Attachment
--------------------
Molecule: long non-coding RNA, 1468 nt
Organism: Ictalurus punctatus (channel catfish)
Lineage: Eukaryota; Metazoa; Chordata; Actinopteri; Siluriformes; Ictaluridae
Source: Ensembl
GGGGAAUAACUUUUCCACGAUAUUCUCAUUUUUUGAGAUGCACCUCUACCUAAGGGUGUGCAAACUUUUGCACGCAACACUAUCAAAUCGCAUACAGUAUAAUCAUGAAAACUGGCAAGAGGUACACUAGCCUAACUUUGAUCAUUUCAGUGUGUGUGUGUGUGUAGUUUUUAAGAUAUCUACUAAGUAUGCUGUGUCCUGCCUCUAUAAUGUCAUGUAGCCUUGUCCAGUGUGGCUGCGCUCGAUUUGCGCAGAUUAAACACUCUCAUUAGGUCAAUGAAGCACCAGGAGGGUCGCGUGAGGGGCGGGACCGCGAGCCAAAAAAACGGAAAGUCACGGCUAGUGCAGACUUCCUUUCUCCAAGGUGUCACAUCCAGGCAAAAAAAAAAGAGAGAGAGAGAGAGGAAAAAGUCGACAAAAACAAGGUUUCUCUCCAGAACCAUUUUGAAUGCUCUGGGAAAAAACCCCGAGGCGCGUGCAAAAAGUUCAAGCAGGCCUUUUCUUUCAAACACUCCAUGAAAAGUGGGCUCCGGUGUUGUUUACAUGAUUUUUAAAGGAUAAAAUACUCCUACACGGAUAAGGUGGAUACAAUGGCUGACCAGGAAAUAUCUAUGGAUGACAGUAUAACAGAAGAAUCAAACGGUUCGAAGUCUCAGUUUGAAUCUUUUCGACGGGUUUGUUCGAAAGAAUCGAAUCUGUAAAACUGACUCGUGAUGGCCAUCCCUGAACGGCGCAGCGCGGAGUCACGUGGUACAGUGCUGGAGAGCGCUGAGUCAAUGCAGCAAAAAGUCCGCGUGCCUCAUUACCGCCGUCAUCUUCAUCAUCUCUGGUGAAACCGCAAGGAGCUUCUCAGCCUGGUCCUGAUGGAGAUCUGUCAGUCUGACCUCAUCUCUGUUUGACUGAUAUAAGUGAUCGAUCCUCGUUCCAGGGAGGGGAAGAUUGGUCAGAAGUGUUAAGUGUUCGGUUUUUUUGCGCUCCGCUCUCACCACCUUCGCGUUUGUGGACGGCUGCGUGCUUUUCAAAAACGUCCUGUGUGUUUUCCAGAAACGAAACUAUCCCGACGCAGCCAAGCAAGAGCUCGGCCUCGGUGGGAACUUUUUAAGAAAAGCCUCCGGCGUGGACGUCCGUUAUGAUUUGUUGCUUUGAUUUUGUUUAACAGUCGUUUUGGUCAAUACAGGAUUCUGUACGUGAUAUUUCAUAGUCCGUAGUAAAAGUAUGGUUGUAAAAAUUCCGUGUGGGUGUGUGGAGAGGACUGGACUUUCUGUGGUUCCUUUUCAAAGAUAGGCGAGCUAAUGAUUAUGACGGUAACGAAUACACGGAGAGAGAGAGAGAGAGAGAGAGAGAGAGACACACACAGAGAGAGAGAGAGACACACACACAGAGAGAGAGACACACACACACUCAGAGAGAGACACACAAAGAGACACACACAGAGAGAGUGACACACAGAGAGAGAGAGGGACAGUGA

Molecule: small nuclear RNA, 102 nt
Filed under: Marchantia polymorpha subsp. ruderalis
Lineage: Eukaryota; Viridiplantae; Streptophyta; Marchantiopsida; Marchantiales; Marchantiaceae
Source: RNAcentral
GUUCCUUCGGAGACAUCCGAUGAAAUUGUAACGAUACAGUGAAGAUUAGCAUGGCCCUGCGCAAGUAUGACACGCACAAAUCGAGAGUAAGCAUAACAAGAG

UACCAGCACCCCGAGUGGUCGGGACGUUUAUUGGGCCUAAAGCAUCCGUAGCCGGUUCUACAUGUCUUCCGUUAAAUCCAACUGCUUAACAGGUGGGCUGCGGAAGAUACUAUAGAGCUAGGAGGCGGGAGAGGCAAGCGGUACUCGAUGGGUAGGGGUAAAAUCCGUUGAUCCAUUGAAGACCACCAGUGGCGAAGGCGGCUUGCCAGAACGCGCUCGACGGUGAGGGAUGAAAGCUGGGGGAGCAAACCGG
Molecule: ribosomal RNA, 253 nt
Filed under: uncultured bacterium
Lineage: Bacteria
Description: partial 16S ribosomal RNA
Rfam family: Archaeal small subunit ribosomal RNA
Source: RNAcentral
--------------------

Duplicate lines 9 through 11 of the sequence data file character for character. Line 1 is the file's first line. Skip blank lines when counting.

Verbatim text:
Source: RNAcentral
GUUCCUUCGGAGACAUCCGAUGAAAUUGUAACGAUACAGUGAAGAUUAGCAUGGCCCUGCGCAAGUAUGACACGCACAAAUCGAGAGUAAGCAUAACAAGAG

UACCAGCACCCCGAGUGGUCGGGACGUUUAUUGGGCCUAAAGCAUCCGUAGCCGGUUCUACAUGUCUUCCGUUAAAUCCAACUGCUUAACAGGUGGGCUGCGGAAGAUACUAUAGAGCUAGGAGGCGGGAGAGGCAAGCGGUACUCGAUGGGUAGGGGUAAAAUCCGUUGAUCCAUUGAAGACCACCAGUGGCGAAGGCGGCUUGCCAGAACGCGCUCGACGGUGAGGGAUGAAAGCUGGGGGAGCAAACCGG